Wed09202017

LAST_UPDATEWed, 20 Sep 2017 8pm

Dancers 'Chased Away' From KLCC For Posing In Public In Traditional S'wakian Costumes, What Actually Happened

Several days ago, a post claiming that a troupe of dancers from Sarawak was chased away by Suria KLCC management when they wanted to take a photo at KLCC park because they were wearing traditional clothes, went viral.

The issue raised a debate among netizens who questioned the Suria KLCC management procedure since the clothes worn by the dancing troupe is the traditional attire worn by Sarawak natives.

However, the claim that the dancing troupe was chased away for wanting to take a photo was not true, as it was made known that they were actually practicing in the public area while waiting to appear on a TV programme for one of the local television stations, scheduled in the evening on 14 May, a blogger has revealed.

Writing on bigdogdotcom.wordpress.com, the blogger urged netizens not to be quick to believe fake news that is aimed at causing racial and religious tension.

According to the blogpost, any performance in a public place including KLCC park grounds needs to have approval or permit from the relevant authorities as per Kuala Lumpur City Council (DBKL) by-laws.

The blogger explained that at 10am, KLCC security approached the group when they started to practice and asked them to produce the permit to perform.

"As there was no approval obtained, the group was advised to seek the necessary approval should they wish to continue their activity.

"Relevant contact details were provided to the group leader and they proceeded to leave the area," the blogger said.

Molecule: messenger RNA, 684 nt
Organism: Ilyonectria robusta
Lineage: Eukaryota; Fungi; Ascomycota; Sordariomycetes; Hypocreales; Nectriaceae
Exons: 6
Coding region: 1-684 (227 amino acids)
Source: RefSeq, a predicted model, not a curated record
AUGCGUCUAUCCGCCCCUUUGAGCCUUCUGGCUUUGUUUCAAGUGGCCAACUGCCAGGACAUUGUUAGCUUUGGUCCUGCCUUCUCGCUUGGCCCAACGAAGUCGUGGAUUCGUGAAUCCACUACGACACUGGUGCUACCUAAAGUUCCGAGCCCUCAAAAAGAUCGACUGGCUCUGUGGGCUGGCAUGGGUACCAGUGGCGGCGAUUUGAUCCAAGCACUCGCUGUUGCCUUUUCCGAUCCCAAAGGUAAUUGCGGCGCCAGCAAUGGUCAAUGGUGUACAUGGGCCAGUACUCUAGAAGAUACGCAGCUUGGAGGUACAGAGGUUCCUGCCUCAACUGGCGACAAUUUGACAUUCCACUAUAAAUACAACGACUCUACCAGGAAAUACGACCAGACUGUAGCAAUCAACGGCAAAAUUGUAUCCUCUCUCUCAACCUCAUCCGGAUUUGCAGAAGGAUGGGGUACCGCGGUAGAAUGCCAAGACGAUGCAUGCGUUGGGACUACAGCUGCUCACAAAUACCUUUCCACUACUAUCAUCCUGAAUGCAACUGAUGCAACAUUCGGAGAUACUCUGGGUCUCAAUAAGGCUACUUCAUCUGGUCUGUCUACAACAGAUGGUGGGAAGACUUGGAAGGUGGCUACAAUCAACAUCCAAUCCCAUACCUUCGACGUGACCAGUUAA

Earlier, Facebook user Abam Supir, believed to be the person tasked to mind the group of dancers claimed that they went to KLCC park to take pictures, not to perform.

However, they were chased away because they did not wear appropriate clothing, the Facebook user wrote.

"It is more heartbreaking when they the words they used were inappropriate, 'you want to take a photo here, go back to the hotel and change your clothes first...'," he claimed.

The blogger in the meantime advised the public to seek confirmation first before spreading fake news on social media.

"Malaysians should use social media to foster unity and strength instead of sensationalising fake news and proof the peril of information democracy, which could consequentially build into ill feelings," he said.

Rationally, it is sensible for any party wanting to perform in a public place that would become the attraction of the public and tourists to obtain a permit in order to avoid any unwanted incidents.

Actually, this incident could be solved amiably if the public wasn't quick to react and as Hari Gawai dan Keamatan will be celebrated at the end of this month, it is hoped that the incident does not affect the unity among Malaysians.

-mD